Josh Johnson is the youth director at Graffiti 2 Community Ministries in the South Bronx of New York City.

Artist Icy & Sot boy using legos to rebuild broken building

Thriving in Ministry with Your Kids

April 17, 2017 | Kerri Johnson | Ministry

Once you can relax and love God and let him love you, you may find that some of your Christian activity is not of God. Susan Field from My Children, My Mission Field: A Family’s Place in God’s Plan to Change the World

As you look on the precious faces of your children, visualize them walking the path God has laid out for them. Remind yourself of how much your own love for them mirrors the love of God for them and the love of God for you.

Raising children while serving in ministry can be hard. The juggling act is never ending.  Just remember you only have your children for a short time. They grow up fast. You don’t want them having feelings of competing with ministry for your attention. They are your ministry first. Teach them about God’s love. Show them how to serve others. Lead by example with rest and family time.

Always put God first, your spouse and your children second (in that order), then your church/ministry.

“Choose for yourselves this day whom you will serve. . . . As for me and my house, we will serve the Lord.” Joshua 24:15 NIV

Kerri Johnson is the Graffiti 2 Works director at Graffiti 2 Community Ministries in the South Bronx of New York City.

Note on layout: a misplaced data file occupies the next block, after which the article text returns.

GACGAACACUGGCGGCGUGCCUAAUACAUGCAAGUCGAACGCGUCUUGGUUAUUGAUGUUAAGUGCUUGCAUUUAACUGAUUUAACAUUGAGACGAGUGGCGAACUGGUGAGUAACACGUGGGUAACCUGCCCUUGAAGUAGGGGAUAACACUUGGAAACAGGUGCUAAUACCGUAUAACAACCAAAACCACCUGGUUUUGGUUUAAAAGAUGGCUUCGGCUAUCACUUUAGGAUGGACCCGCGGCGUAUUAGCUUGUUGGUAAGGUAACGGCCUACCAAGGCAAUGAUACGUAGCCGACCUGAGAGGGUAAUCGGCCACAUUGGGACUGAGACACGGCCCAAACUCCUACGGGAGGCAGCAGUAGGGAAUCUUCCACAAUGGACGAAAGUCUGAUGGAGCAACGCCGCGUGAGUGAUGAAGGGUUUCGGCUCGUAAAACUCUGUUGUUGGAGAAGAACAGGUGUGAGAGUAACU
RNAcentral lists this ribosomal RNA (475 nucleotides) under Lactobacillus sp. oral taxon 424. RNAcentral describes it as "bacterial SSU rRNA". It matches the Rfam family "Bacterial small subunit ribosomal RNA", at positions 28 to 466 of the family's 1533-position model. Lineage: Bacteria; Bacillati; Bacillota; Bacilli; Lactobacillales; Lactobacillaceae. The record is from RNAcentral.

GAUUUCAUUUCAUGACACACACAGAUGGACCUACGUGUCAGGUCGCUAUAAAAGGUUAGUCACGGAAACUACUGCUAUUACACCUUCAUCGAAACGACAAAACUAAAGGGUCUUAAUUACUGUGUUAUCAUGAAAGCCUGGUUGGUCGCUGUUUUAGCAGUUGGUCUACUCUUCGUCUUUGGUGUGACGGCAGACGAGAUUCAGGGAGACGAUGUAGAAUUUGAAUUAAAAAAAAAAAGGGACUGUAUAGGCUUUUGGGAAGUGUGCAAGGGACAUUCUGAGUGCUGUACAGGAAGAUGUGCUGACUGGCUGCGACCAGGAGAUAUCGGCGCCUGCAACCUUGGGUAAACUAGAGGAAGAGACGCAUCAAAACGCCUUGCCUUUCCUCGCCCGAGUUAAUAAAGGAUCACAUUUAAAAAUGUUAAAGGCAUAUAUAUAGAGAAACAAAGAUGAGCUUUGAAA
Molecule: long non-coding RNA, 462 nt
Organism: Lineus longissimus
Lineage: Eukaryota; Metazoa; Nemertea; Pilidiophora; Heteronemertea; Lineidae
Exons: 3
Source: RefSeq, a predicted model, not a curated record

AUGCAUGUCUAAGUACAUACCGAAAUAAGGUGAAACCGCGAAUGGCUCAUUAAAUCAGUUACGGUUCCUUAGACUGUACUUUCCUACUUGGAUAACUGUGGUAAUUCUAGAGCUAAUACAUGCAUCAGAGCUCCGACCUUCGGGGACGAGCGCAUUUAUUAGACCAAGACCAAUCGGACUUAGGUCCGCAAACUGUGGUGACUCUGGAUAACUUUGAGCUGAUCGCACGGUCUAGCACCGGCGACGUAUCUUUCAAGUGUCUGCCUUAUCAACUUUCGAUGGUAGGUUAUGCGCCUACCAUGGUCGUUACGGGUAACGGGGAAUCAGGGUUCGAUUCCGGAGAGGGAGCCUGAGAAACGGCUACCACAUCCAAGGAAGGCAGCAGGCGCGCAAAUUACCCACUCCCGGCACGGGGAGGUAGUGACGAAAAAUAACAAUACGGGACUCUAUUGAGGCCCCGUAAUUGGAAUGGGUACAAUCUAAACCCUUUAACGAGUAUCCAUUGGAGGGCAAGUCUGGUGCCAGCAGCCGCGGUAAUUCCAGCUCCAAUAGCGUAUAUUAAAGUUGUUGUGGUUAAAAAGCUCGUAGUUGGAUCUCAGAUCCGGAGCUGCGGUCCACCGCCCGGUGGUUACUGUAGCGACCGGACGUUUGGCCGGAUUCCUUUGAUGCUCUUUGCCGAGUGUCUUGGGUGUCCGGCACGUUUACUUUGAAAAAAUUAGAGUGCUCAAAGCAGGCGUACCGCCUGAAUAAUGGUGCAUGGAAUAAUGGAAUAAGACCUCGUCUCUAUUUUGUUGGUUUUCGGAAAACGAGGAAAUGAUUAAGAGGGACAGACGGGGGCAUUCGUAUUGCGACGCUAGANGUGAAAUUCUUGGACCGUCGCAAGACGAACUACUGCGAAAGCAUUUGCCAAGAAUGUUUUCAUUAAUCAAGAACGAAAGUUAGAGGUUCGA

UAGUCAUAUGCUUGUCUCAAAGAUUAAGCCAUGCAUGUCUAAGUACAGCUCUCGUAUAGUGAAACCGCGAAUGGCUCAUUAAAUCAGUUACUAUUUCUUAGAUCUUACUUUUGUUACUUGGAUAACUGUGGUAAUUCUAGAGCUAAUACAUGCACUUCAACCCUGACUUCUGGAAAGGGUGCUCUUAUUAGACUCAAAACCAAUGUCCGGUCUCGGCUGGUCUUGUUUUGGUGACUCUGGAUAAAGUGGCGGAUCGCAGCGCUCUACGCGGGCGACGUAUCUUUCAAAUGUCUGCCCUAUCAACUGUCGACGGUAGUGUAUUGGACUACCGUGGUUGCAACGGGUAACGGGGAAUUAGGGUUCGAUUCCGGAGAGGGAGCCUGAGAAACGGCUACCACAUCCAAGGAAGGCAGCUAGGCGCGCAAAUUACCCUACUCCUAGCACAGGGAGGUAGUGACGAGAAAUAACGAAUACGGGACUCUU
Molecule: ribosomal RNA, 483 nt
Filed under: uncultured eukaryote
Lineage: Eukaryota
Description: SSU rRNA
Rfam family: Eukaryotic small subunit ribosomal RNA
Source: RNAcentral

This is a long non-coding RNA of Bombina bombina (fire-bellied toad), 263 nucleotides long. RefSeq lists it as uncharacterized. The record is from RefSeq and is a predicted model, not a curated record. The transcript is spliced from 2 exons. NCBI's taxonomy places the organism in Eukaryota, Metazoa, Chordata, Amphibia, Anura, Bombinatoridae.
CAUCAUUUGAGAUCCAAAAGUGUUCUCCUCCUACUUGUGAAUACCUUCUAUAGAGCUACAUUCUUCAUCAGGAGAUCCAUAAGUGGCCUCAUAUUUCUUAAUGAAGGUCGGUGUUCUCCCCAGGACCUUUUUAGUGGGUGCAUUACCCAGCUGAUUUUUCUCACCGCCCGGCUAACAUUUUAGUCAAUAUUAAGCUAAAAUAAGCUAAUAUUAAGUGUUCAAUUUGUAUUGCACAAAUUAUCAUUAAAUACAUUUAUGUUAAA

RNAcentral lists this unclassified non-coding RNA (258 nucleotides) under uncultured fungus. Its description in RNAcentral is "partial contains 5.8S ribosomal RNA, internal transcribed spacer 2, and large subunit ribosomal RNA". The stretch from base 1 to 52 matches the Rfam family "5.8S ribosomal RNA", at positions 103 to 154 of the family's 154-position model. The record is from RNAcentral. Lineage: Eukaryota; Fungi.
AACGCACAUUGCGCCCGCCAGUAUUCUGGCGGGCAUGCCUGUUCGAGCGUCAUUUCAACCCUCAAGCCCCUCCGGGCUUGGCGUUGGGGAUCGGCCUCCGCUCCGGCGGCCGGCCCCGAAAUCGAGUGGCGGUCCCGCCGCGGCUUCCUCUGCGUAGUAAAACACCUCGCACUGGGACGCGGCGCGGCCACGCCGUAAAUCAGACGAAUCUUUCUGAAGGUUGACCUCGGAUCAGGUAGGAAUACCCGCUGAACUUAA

tools mural painted by artist John Edwards.

More Serious Than a Hole in the Wall

April 10, 2017 | Andrew Mann | Ministry

If the only tool you have is a hammer, you tend to see every problem as a nail. Abraham Maslow

One time I tried to install shelves in the kitchen of my small New York City apartment. I had a hammer, screwdriver, and little experience. It didn’t go well. For months, every time I washed dishes, the oversized holes in my wall were evidence I didn’t know what I was doing. Some time later, a friend who knew what he was doing came and completed the job. He had the right tools and the right expertise.

In ministry we are faced with problems more serious than a hole in the wall. We are faced with the problems of humanity. Not their problems—our problems. Every day I need food, sleep, water, and shelter. But that’s not all. I also need security, acceptance, confidence, and purpose. Jesus addressed these problems in multiple ways. He told stories, made friends, healed, and fed. He spoke bluntly, gently, subversively, and compassionately. Humanity’s problems were uniquely addressed as Jesus met people’s needs, set them free from sin, and taught Upside Down Principles for living God’s way. Then He sent us, His followers, to do the same.

Photo: Steve Hood

giant sleepers painted on roof by artists ella and pitr

No Ears

March 20, 2017 | Andrew Mann | Ministry

You can go to bed without fear; you will lie down and sleep soundly. Proverbs 3:24, NLT

One of the most miserable feelings is sleeplessness. Many years ago while receiving chemotherapy, I experienced multiple side-effects. Perhaps the most annoying were hiccups, mainly because my body spasms obstructed sleep. My inability to sleep was a side effect of a side effect, not the root problem. I know many others who experience the same problem, not always because of physical ailments but sickness nonetheless; insomnia or abnormal sleep cycles are pervasive.

In our ministry center in the Bronx, we often have kids who curl up and sleep on our black couch; sometimes they fall asleep at their table while trying to complete homework. These snoozing kids don’t complete their homework, miss spending time with friends, and aren’t able to hear the good news during Bible study. Maybe they’re missing out on important things, and we should wake them up, but I have to think the best news for them comes via the relief of slumber. A hungry child has no ears; then again, neither does a sleepy one.